By Henry Akubuiro
Edgar Imomoh wanted to study Art at Auchi Polytechnic, but his father didn’t approve of it, so he ended up in the School of Environmental Studies where he obtained a national diploma in Building Technology, yet he was a partial student at the Auchi School of Arts and Design by association. “That school, to preface correctly, was the bedrock for my artistic standard,” he tells Daily Sun in a chat. He went on to be immersed in the Ife Art School, “which wasn’t a bad school.”
Imomoh is a firm believer in virtual opportunities for the artist since Coronavirus impacted the world. “The only constant thing in Virtual is (has been) the new normal; I think the pandemic just sort of lifted off the lid completely for us to embrace ourselves just as we are, as social beings clamouring for connections it was still deemed as pivotal to find a place of convergence and live our normal lives, despite the restrictions of the lockdown. It’s really been tremendous, most especially in a clime that makes a lot of difficulty for start ups, where you are expected to tender ten years working experience to get a small job, while you are just looking to work to garner experiences for yourself.
“I mean the virtual space provides quite a lot of opportunities to all of us. In the sense of it, you can easily become a global professional while sitting on your bed in a small unknown town. As for my art, it’s been everything. A bulk of all the connections I deal with are from my social media platforms, and I have gotten a couple of opportunities there as well,” he concedes.
For him, exhibitions are mainly outcomes of incubated ideas expressed by an artist for an audience to catch a glimpse of the creative perspective on a subject. “I must admit that I am not completely fascinated in outcomes (I see them as a natural occurrence), but in the process from which they evolve. The process presents you with the challenges and barriers you need to hurdle over; it challenges you to think fast and create solutions, as well as consider the variables that will finally make the outcome,” he says.
Nostalgically, Cyclo X, an exhibition of Artists by Artists at the Quarentena Galeria in South America, is unforgettable to him, “notable because it was a colony of artists solo projects and a major international outing for me. The process of getting to meet people who not only connected to you but loved your works beyond a language barrier was elating and a validation in the right direction for me. The tremendous joy they expressed towards me and my project was so uplifting. It’s one that I look back to and smile, because I made a number of friends, and still tag along.”
His paintings are woven around proxemics. Just as the spider spews its web from its innermost belly, Imomoh thinks every artist weaves their from the deep recesses of their soul. He says, “What I do is not exactly a form of art; it’s just the philosophies I structure my works around.”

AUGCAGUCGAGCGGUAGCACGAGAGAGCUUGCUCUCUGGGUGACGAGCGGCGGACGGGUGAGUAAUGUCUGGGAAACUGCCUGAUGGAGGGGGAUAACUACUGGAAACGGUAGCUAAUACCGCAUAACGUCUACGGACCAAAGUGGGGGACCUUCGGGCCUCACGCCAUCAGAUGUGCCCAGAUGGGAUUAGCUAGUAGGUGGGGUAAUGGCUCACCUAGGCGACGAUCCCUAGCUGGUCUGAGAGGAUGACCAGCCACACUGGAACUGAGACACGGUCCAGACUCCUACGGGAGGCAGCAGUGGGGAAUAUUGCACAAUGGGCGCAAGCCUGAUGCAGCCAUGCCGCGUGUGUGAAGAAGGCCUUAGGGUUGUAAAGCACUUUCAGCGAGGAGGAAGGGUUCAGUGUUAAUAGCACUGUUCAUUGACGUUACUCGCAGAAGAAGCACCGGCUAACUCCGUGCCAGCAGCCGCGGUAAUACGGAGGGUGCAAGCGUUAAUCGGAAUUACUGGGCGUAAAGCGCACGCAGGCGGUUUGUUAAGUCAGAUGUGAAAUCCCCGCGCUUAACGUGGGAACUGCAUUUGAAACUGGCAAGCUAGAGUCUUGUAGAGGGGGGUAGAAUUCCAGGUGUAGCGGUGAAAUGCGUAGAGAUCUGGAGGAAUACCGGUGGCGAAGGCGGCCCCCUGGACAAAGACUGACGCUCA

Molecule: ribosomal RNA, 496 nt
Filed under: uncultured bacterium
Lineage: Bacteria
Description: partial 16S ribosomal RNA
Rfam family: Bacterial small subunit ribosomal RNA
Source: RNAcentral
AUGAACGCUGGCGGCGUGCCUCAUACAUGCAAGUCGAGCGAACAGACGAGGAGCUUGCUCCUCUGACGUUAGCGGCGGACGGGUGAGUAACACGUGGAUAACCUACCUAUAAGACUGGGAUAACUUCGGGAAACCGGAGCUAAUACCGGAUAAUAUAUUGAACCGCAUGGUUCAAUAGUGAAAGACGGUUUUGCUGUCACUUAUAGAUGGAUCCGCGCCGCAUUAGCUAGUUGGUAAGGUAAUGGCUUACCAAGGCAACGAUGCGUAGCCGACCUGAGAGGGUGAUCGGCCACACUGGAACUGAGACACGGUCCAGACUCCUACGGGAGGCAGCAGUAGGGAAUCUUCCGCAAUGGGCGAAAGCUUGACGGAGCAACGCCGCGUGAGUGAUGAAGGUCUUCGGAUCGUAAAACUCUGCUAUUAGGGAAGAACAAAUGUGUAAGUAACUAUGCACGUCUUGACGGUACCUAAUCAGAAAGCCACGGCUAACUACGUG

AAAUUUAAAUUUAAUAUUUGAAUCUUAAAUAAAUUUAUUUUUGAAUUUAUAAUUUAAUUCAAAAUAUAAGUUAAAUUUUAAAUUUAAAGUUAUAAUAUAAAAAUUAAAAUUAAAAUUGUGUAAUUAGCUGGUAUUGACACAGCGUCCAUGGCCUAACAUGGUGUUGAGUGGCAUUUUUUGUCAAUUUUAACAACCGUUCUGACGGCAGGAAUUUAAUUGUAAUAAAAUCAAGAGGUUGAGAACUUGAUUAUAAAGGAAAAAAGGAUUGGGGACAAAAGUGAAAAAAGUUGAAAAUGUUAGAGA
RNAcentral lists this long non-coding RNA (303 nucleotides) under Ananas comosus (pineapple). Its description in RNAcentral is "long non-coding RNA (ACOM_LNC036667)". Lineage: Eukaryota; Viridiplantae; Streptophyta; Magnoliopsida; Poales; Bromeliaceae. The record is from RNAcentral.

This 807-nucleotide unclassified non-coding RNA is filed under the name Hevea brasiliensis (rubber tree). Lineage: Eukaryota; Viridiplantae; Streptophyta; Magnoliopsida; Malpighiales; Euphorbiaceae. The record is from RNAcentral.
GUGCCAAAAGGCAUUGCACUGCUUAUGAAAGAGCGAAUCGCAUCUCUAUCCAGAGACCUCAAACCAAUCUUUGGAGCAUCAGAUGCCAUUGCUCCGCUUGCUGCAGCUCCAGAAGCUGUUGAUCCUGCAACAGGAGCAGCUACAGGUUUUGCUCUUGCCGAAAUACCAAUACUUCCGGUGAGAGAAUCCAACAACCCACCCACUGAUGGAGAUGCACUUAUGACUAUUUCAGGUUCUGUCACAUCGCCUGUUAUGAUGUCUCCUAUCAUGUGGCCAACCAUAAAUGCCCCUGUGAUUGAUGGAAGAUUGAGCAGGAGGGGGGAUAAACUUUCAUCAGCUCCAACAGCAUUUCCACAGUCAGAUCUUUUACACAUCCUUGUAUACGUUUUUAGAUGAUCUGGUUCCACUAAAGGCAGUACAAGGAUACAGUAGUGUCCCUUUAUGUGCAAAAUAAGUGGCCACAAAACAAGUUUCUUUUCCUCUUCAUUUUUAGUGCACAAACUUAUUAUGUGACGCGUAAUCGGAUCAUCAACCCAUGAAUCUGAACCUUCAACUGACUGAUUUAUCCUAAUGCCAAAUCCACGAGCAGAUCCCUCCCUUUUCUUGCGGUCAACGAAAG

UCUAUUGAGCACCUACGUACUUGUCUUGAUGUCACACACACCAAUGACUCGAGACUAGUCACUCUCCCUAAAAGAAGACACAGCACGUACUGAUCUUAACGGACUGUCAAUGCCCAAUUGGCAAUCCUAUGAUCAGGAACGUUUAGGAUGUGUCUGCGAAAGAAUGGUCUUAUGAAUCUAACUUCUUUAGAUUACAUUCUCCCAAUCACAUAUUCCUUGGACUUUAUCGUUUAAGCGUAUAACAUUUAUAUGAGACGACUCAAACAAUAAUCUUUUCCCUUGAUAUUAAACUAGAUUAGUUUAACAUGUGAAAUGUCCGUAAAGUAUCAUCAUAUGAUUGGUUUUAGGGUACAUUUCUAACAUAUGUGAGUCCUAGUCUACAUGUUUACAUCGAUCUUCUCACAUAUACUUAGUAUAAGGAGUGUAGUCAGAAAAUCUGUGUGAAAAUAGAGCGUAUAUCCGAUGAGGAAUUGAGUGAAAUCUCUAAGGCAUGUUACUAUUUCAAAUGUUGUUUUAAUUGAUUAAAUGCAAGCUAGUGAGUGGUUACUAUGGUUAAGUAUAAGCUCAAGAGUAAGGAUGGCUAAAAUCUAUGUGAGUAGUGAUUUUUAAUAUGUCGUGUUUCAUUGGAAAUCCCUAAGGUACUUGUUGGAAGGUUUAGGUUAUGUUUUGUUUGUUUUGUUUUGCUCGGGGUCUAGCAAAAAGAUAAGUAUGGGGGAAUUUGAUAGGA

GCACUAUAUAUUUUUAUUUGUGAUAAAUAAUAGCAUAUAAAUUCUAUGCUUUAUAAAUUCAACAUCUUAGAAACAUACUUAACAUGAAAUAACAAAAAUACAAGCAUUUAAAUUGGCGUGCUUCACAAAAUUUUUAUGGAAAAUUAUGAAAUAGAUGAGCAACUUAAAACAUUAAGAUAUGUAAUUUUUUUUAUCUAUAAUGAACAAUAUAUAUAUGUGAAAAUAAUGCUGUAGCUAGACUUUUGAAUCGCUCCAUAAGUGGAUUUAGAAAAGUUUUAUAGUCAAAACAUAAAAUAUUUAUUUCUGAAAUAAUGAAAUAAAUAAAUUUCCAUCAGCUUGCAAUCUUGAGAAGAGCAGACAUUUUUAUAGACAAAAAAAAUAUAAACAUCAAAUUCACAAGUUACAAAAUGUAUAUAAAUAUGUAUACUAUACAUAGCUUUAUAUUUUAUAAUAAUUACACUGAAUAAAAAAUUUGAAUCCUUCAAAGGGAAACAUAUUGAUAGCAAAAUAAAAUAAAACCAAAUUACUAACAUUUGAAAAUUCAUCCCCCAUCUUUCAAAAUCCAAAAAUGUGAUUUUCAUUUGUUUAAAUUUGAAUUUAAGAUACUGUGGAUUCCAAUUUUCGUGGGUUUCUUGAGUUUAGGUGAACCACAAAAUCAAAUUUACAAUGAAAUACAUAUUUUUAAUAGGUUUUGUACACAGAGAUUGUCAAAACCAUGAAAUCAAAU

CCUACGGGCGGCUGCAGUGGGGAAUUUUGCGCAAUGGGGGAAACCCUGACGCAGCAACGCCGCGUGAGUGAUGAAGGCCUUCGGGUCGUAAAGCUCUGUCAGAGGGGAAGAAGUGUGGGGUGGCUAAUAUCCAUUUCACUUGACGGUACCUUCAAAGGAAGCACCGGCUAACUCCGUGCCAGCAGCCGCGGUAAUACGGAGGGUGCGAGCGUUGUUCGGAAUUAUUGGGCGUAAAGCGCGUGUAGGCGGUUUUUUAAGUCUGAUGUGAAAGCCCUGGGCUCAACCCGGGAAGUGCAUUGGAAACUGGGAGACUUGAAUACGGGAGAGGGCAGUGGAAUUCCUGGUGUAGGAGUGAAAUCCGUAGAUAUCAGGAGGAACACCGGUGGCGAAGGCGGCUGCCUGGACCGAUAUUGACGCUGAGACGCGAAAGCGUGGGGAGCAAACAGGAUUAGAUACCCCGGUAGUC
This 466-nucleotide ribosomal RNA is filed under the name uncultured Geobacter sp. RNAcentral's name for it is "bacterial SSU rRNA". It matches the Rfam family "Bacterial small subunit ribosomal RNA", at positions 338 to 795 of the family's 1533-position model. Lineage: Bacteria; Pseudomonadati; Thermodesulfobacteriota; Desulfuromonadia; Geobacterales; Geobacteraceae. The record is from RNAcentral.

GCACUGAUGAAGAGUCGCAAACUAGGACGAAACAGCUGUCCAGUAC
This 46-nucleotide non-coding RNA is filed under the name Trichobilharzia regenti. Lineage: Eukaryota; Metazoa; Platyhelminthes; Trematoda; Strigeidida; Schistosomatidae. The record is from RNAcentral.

He grew up in a house full of people, cousins, aunties, uncles and friends. As he grew up, the space seemed to narrow to a lonely path. It made him wonder what happened to their broad space that accommodated all happily.
“On a close examination, I noticed it was not just I, but everyone else had gravitated towards that self first path. This human experience culminates to the foundation I structure my art for now. It reflects the way we interact with (and in) spaces both within and without.
Some people make it a hobby to watch birds; I like to watch people and their social actions and interactions —why is there so much greed and green in these times, when the Earth has resources enough for all of us?”
At the moment, the artist is gathering his thoughts along a body of works. He says, “There’s a lot that has been happening around us —kidnappings banditry, police harassment (which I have witnessed first hand as a victim). It gets to all of us in one-way or somewhat, whether you agree to be in consonant with the prevailing systems or not. These collection of thoughts bothers on these many happenstance, and I just can’t put a name to it at the moment. I have to brood and create and sit back to interact with the works and seek professional opinion in the direction, as well.”
However, he regrets that “our environment berates intellectualism. If you are young and smart, you seem a threat to any office that is supposed to tap and use your potential to its maximum, so you don’t get employed and you take all that genius and go south to engage in petty things. The art environment is the same as the Nigerian environment is presently; I mean, we are all the same people crying for change and sitting duck, waiting for God to come and direct our affairs.”